Steady-state highway cruising brings out one of the SRT’s biggest quirks, cylinder deactivation. Software tweaks in 2015 expanded the range of the technology, allowing for the big HEMI to spend more time operating with only half its holes firing when the Eco setting is activated. The 6.4’s attempt at efficiency happens with a conspicuously bassy gurgle that penetrates the serene cabin even though you’re only operating with 196 cubes. It’s rated for 15 mpg combined (15.7 L/100 km) which I turned into 16 mpg (14.6 L/100 km) despite deliberate disobedience of posted limits.
Jeep also gave the SRT standard Active Noise Cancelling technology, which uses four microphones and the Grand Cherokee’s sound system to counteract road noises coming from the gargantuan 11-inch-wide run-flat tires beating on the pavement. Unfortunately, it also somewhat suppresses the HEMI’s aural ruckus.
Speaking of sound systems, ours was equipped with the $1,995 (US and CAN) High-Performance Audio Package which adds 19 Harman Kardon speakers plus a subwoofer, along with an 825-watt amp. There was also a $2,150 (US and CAN) Rear Entertainment Center which never saw use.
We pulled off the 401 at Belleville and headed across ON-37 towards Tweed where we’d stop for a sip of the SRT’s favorite fluid before hooking up with the 41 and then the 132 before crossing into Quebec just east of Renfrew. Unfortunately, progress was held hostage by a lackadaisical Volvo stumbling along at ten under the limit, followed by a tractor-trailer that would make gauging oncoming traffic dubious at best.
My interior monologue is jangled. “Oy, I thought you said this thing was fast. I’m bored. Are we there yet?” Don’t answer, crank the tunes, shut the voice off, there seems to be space.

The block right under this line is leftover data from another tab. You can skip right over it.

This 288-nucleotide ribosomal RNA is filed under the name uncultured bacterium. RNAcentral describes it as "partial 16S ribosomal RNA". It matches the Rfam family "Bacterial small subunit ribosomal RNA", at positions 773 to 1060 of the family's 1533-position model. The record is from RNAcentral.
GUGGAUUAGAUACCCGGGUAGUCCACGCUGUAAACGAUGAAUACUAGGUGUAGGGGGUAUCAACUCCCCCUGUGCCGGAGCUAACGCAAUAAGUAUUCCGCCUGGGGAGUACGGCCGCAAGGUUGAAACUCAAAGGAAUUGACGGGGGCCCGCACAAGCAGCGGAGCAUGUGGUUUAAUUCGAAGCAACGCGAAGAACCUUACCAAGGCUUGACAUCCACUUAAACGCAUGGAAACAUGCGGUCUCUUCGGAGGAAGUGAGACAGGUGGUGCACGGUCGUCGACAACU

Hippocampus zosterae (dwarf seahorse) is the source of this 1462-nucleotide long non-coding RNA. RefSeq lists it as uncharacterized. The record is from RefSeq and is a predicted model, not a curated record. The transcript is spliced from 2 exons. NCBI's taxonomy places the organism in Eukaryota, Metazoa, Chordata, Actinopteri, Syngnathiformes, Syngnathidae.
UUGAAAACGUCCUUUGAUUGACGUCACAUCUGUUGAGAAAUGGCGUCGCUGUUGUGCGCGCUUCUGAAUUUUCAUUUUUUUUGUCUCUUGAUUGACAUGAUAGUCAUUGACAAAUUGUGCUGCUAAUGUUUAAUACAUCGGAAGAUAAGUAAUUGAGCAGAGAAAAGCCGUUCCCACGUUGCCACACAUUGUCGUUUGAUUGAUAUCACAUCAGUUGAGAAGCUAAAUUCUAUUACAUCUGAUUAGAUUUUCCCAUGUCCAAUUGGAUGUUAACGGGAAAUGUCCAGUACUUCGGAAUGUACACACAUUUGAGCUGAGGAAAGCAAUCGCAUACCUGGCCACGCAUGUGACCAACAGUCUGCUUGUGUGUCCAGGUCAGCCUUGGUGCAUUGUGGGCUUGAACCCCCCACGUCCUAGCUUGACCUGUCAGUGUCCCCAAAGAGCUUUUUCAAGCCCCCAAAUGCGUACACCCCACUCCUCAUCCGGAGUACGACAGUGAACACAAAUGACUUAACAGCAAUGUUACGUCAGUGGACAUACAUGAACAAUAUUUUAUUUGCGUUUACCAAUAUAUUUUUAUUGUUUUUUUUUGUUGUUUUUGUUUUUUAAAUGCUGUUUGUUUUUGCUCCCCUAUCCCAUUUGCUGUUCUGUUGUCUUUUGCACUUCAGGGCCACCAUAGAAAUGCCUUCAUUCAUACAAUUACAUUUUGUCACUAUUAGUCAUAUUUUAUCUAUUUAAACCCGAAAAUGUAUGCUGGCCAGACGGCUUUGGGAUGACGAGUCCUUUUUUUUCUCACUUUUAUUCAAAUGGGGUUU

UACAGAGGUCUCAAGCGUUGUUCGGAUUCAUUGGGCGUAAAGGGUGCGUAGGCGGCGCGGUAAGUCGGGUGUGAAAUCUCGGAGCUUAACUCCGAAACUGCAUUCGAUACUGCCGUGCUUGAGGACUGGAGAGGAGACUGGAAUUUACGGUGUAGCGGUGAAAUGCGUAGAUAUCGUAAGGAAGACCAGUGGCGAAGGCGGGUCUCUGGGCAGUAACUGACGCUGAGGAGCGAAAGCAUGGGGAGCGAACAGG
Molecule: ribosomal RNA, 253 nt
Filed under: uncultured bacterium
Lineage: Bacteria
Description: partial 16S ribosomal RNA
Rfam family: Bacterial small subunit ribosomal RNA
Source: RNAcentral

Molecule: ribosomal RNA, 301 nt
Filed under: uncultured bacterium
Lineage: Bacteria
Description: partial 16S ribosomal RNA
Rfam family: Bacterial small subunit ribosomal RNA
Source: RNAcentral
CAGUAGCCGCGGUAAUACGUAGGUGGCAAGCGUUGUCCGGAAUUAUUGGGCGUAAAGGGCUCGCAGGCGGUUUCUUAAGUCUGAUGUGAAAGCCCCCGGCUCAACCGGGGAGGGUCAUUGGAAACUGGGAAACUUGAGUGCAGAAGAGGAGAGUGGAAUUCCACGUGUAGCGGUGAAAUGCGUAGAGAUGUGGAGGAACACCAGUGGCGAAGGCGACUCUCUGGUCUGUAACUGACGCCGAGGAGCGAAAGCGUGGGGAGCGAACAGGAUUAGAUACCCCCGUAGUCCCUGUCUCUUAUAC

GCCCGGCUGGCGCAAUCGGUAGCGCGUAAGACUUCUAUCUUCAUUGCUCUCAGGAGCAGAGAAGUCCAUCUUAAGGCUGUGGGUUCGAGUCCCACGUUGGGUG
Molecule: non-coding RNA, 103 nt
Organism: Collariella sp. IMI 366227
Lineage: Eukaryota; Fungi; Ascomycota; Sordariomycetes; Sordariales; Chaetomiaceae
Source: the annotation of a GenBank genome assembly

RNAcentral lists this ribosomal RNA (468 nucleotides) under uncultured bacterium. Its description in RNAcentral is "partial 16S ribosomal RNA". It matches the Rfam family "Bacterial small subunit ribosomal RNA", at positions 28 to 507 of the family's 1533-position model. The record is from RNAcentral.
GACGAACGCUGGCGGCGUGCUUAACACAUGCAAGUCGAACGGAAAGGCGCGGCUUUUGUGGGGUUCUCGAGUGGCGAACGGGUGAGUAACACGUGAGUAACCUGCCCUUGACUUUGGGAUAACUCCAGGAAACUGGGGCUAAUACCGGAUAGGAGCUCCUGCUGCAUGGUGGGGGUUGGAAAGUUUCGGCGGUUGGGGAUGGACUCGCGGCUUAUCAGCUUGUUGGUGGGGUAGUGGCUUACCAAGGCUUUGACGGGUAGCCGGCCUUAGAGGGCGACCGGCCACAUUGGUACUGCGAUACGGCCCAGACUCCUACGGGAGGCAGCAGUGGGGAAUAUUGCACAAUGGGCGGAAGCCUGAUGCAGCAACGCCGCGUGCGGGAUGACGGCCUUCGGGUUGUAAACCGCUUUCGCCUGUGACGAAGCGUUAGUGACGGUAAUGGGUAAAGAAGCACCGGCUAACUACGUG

The first time you pull out to pass with your foot to the firewall it’s like unwrapping all of your Christmas gifts at once. Most of the HEMI’s 470 pounding feet of torque are available as low as idle speed, and all of them kick you in the gut at 4,300 rpm before all 475 horses hit their stride around 6,000 rpm, launching you forward much faster than a two-and-a-half ton brick should be allowed from a moral standpoint.
The stability and silence mean the sensation of speed is non-existent until deep triple-digit territory, and even so, you only notice because the scenery’s melted into a liquid smear silently hissing by your window.
Breaking the Border
We cross into Quebec over the Chenaux Generating Station for the last leg of our trek, a 45-minute bomb up the twisty and dippy QC-301, followed by a short dirt road sprint around two lakes before crawling down a single track through the trees to a clearing with a yurt that would be home for the next few days.
For the time being, I was still cosseted by the Grand Cherokee’s $4,995 ($6,995 CAN) Laguna Leather seats, which trade the Grand Cherokee’s standard Nappa leather for the hides from ethically raised, baptized, and virtuously slaughtered Scandinavian cows. In reality total option cost is more like $9,085 ($10,685 CAN) because Jeep won’t let you have the top-shelf leather without first equipping the $1,995 High-Performance Audio pack (US and CAN) and the $2,095 Dual-Pane Sunroof ($1,695 CAN)—but I digress.